Clayton Thomas-Müller, Activist and Transmedia Storyteller
august 17, 2018
We are thrilled to announce that we are working with Clayton Thomas-Müller, activist, facilitator, public speaker, and poet, on his forthcoming publication, Life in the City of Dirty Water—his memoir of healing trauma and escaping violence by embracing his Cree heritage and emerging as a leading campaigner in frontline resistance against fossil fuels.
Thomas-Müller is a member of the Treaty #6–based Mathias Colomb Cree Nation, also known as Pukatawagan, located in Northern Manitoba, Canada. For more than twenty years, he has been working within an inclusive movement to address the climate crisis and our over-reliance on fossil fuels. Thomas-Müller has been fighting on the frontlines for Indigenous rights and environmental justice domestically and internationally, as co-director of the Indigenous Tar Sands Campaign of the Polaris Institute in Canada, the Native Energy organizer for the Indigenous Environmental Network based in the States, an organizer with the Defenders of the Land Idle No More campaign, and now as the “Stop it at the Source” campaigner with 350.org. He was dubbed a “Climate Hero” by Yes! magazine and as one of the United States’ top 30 activists under 30 by Utne Magazine.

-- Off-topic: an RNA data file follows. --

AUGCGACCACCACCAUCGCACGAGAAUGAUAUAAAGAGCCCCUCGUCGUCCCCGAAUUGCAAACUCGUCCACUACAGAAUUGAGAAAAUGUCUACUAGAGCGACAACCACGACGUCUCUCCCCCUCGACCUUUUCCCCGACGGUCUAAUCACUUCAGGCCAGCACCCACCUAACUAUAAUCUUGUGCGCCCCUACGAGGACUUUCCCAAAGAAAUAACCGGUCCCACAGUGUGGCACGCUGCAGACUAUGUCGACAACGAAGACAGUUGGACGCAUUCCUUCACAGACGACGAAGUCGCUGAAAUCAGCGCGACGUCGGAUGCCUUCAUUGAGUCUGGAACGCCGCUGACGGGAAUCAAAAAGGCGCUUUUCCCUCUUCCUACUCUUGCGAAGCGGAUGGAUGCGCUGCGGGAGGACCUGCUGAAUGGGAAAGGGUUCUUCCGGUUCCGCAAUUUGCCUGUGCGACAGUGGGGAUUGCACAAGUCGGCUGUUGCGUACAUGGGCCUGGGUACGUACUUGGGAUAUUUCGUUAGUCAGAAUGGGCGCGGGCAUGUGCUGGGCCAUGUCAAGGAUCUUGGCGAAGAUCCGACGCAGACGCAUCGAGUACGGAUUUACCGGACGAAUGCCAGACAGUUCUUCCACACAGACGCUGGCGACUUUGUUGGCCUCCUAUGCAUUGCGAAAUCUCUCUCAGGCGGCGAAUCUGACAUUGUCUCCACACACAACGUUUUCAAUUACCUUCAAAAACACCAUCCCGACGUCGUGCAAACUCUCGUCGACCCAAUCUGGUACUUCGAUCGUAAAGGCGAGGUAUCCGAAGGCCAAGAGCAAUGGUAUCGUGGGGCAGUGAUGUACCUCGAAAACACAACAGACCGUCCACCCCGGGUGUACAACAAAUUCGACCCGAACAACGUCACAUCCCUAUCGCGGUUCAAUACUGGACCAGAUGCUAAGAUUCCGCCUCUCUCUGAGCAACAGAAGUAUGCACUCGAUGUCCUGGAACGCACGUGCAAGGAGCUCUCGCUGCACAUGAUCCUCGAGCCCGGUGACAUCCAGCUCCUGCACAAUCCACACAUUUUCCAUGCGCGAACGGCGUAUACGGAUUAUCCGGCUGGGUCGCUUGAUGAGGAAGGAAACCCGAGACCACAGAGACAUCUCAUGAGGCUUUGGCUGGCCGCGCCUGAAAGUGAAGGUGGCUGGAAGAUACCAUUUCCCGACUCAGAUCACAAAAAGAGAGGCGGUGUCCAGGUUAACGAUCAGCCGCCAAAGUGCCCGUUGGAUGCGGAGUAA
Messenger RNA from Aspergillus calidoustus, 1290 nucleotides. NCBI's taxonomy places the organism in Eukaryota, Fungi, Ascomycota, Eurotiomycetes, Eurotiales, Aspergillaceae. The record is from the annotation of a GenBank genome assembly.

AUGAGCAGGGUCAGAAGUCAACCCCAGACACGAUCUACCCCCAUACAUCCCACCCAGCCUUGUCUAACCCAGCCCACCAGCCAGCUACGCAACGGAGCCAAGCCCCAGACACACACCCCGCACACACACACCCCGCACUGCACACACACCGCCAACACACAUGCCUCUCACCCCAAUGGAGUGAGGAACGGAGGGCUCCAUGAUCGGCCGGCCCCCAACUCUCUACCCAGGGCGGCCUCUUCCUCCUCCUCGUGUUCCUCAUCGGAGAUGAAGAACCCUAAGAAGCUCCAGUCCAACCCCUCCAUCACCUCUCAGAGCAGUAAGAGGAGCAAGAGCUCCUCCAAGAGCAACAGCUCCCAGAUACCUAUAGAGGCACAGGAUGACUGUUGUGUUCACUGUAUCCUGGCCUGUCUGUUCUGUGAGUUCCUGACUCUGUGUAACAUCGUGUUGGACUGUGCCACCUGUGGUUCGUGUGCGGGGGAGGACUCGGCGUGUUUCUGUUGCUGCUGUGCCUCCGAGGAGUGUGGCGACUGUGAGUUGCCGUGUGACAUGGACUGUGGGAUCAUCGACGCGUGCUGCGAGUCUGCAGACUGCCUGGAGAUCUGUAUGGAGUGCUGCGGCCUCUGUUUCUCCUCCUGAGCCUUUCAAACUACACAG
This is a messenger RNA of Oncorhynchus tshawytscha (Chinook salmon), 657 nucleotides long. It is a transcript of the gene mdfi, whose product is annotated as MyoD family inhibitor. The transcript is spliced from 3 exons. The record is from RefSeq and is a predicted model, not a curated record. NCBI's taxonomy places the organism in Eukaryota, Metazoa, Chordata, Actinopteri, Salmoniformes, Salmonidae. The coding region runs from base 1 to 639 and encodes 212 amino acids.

Based in Winnipeg, Manitoba, the activist and writer is currently producing Life in the City of Dirty Water, a transmedia storytelling project based on the philosophy that stories aren’t meant to be two-dimensional, but also shared through immersive oral storytelling practices. The book component of this storytelling project, his propulsive memoir, is set to be released through Page Two Books in May 2019, and praise is already pouring in . . .
“Clayton Thomas-Müller—Cree poet and environmental warrior dedicated to decolonization—has crafted an awesome, lyrical memoir that captures the experiences of urban Indigenous youth facing poverty, drugs, alcohol, domestic violence, and juvenile detention. Most, like Clayton, inherited the intergenerational trauma of residential schools. Clayton found a way to escape trauma and poverty in order to fight for his people. This beautifully written book is required reading for everyone who cares about justice for the survivors of genocide who continue to survive in colonized conditions. It offers a path to liberation that may also be the way to saving the earth and humanity itself.”—Roxanne Dunbar-Ortiz, author of An Indigenous Peoples’ History of the United States
“This book is an adventure story in every way. There’s the adventure of a very tough beginning, a life of drug dealers and crackhouses and guns; there’s the adventure of leaving that behind for a remarkable time of spiritual and personal growth; and there’s the ongoing adventure of working desperately to protect the planet and its sacred places. Clayton Thomas-Müller relates these adventures in ways that will help everyone through unfamiliar terrain—he’s a trustworthy guide and an authentic storyteller. In a moment when Indigenous people around the world are coming to the very fore of the most crucial fights, this volume will broaden your understanding in powerful ways. And you won’t forget its scenes any time soon.”—Bill McKibben